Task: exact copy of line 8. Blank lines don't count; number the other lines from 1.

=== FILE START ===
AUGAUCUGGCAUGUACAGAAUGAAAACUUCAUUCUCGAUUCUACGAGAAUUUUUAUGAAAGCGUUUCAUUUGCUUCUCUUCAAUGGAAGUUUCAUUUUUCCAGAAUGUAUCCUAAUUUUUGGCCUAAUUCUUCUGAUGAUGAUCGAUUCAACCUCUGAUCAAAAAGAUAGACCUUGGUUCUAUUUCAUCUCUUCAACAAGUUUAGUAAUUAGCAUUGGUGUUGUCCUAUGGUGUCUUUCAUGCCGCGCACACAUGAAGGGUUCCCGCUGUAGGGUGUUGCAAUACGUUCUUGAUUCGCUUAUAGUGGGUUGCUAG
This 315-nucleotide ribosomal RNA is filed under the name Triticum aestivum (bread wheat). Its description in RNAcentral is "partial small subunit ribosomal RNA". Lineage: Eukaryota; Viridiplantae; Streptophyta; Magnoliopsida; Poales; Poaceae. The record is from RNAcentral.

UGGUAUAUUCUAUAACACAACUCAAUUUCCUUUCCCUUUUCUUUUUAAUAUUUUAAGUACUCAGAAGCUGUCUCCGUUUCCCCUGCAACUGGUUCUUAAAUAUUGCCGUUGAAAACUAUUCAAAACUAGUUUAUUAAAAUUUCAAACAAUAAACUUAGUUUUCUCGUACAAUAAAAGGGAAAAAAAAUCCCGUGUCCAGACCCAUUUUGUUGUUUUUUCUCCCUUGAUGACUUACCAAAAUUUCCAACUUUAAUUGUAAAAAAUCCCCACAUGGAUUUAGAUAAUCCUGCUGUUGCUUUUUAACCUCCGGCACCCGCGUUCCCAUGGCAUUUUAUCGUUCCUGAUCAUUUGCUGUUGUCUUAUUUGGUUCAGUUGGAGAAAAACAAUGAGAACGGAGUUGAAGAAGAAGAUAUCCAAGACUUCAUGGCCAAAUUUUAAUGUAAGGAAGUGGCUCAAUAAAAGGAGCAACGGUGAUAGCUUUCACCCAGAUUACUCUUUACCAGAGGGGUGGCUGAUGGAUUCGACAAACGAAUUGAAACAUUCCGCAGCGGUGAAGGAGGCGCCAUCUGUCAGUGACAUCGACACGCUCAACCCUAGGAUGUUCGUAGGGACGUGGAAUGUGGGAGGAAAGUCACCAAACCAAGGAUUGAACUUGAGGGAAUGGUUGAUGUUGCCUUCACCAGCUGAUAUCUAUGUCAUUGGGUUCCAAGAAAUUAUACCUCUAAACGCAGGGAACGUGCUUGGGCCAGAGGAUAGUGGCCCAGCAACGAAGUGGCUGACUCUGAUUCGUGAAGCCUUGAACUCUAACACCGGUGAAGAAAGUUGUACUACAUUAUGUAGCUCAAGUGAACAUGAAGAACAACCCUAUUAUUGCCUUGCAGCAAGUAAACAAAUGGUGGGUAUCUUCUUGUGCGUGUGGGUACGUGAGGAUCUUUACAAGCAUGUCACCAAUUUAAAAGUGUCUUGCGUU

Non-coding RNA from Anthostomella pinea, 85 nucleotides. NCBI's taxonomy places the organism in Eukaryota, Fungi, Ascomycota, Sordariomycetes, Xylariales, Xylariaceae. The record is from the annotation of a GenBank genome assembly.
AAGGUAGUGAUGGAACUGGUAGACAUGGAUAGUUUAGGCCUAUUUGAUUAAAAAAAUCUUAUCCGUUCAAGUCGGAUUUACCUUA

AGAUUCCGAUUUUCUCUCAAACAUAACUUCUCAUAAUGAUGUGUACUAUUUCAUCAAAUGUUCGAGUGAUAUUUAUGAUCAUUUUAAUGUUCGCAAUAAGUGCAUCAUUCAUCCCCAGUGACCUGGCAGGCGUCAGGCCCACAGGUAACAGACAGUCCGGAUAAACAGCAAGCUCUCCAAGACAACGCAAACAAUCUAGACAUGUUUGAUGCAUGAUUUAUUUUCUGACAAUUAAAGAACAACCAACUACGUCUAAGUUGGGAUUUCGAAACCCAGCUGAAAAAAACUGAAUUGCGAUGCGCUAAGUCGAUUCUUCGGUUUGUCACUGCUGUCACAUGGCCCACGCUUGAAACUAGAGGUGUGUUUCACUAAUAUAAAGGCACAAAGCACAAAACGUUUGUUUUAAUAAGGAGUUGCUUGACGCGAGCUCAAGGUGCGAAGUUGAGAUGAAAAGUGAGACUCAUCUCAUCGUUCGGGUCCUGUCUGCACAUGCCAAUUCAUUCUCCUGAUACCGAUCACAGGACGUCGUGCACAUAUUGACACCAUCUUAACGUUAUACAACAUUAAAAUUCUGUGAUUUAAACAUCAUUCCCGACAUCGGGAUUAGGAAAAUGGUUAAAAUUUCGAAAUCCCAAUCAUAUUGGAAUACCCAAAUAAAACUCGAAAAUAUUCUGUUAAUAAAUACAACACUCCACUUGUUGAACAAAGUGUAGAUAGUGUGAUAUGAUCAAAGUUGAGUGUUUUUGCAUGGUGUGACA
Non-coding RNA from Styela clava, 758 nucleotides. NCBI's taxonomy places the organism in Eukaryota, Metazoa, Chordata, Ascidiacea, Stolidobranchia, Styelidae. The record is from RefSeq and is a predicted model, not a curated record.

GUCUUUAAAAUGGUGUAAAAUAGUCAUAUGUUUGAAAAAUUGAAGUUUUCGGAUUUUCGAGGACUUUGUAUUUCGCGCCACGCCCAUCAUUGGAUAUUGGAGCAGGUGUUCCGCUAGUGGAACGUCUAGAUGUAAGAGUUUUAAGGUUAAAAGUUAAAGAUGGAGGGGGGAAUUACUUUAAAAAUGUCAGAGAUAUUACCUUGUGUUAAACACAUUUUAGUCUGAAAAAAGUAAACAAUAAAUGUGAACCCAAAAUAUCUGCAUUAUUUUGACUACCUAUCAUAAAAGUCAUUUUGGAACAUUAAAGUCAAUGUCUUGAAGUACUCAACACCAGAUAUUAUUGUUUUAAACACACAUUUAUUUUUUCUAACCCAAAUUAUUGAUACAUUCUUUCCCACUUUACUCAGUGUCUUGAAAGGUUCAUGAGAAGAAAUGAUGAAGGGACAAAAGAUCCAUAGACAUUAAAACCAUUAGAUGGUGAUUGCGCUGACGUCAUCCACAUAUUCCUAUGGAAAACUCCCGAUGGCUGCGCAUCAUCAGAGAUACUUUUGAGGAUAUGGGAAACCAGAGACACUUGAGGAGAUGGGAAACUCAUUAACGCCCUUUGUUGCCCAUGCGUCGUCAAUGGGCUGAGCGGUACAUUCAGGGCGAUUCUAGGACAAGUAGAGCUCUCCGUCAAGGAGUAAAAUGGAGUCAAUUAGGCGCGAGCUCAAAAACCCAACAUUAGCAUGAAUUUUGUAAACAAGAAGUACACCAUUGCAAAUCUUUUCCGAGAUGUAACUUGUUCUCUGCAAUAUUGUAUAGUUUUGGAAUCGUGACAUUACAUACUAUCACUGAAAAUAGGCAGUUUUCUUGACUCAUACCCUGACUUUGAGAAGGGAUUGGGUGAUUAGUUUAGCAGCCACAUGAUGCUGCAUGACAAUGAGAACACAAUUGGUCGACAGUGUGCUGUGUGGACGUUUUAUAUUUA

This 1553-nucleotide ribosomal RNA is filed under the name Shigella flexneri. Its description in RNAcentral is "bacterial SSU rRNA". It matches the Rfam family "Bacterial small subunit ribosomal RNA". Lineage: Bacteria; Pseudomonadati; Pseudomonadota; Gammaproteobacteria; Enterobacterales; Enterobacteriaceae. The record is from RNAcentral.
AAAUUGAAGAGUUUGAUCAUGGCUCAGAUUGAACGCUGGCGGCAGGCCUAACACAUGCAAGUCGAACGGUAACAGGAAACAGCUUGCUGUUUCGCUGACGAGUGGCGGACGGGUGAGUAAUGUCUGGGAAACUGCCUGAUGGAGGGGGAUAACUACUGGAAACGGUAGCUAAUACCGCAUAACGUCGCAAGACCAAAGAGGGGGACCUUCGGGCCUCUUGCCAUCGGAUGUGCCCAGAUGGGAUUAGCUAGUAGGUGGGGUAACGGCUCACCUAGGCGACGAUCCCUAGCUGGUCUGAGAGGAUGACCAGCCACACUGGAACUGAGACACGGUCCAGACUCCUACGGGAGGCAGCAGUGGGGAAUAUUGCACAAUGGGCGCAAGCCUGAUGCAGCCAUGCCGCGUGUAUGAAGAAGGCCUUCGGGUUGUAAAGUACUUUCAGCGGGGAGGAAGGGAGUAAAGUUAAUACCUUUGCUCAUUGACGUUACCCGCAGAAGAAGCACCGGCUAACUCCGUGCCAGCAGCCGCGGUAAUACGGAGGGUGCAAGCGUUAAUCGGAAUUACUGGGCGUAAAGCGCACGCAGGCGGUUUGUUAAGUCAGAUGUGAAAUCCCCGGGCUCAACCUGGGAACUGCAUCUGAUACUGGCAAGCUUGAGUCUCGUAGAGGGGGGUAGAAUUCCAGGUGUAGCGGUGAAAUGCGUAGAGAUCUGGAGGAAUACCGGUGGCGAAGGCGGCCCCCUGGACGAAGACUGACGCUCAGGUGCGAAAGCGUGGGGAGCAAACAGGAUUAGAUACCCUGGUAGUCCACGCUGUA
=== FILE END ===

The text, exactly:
GUCUUUAAAAUGGUGUAAAAUAGUCAUAUGUUUGAAAAAUUGAAGUUUUCGGAUUUUCGAGGACUUUGUAUUUCGCGCCACGCCCAUCAUUGGAUAUUGGAGCAGGUGUUCCGCUAGUGGAACGUCUAGAUGUAAGAGUUUUAAGGUUAAAAGUUAAAGAUGGAGGGGGGAAUUACUUUAAAAAUGUCAGAGAUAUUACCUUGUGUUAAACACAUUUUAGUCUGAAAAAAGUAAACAAUAAAUGUGAACCCAAAAUAUCUGCAUUAUUUUGACUACCUAUCAUAAAAGUCAUUUUGGAACAUUAAAGUCAAUGUCUUGAAGUACUCAACACCAGAUAUUAUUGUUUUAAACACACAUUUAUUUUUUCUAACCCAAAUUAUUGAUACAUUCUUUCCCACUUUACUCAGUGUCUUGAAAGGUUCAUGAGAAGAAAUGAUGAAGGGACAAAAGAUCCAUAGACAUUAAAACCAUUAGAUGGUGAUUGCGCUGACGUCAUCCACAUAUUCCUAUGGAAAACUCCCGAUGGCUGCGCAUCAUCAGAGAUACUUUUGAGGAUAUGGGAAACCAGAGACACUUGAGGAGAUGGGAAACUCAUUAACGCCCUUUGUUGCCCAUGCGUCGUCAAUGGGCUGAGCGGUACAUUCAGGGCGAUUCUAGGACAAGUAGAGCUCUCCGUCAAGGAGUAAAAUGGAGUCAAUUAGGCGCGAGCUCAAAAACCCAACAUUAGCAUGAAUUUUGUAAACAAGAAGUACACCAUUGCAAAUCUUUUCCGAGAUGUAACUUGUUCUCUGCAAUAUUGUAUAGUUUUGGAAUCGUGACAUUACAUACUAUCACUGAAAAUAGGCAGUUUUCUUGACUCAUACCCUGACUUUGAGAAGGGAUUGGGUGAUUAGUUUAGCAGCCACAUGAUGCUGCAUGACAAUGAGAACACAAUUGGUCGACAGUGUGCUGUGUGGACGUUUUAUAUUUA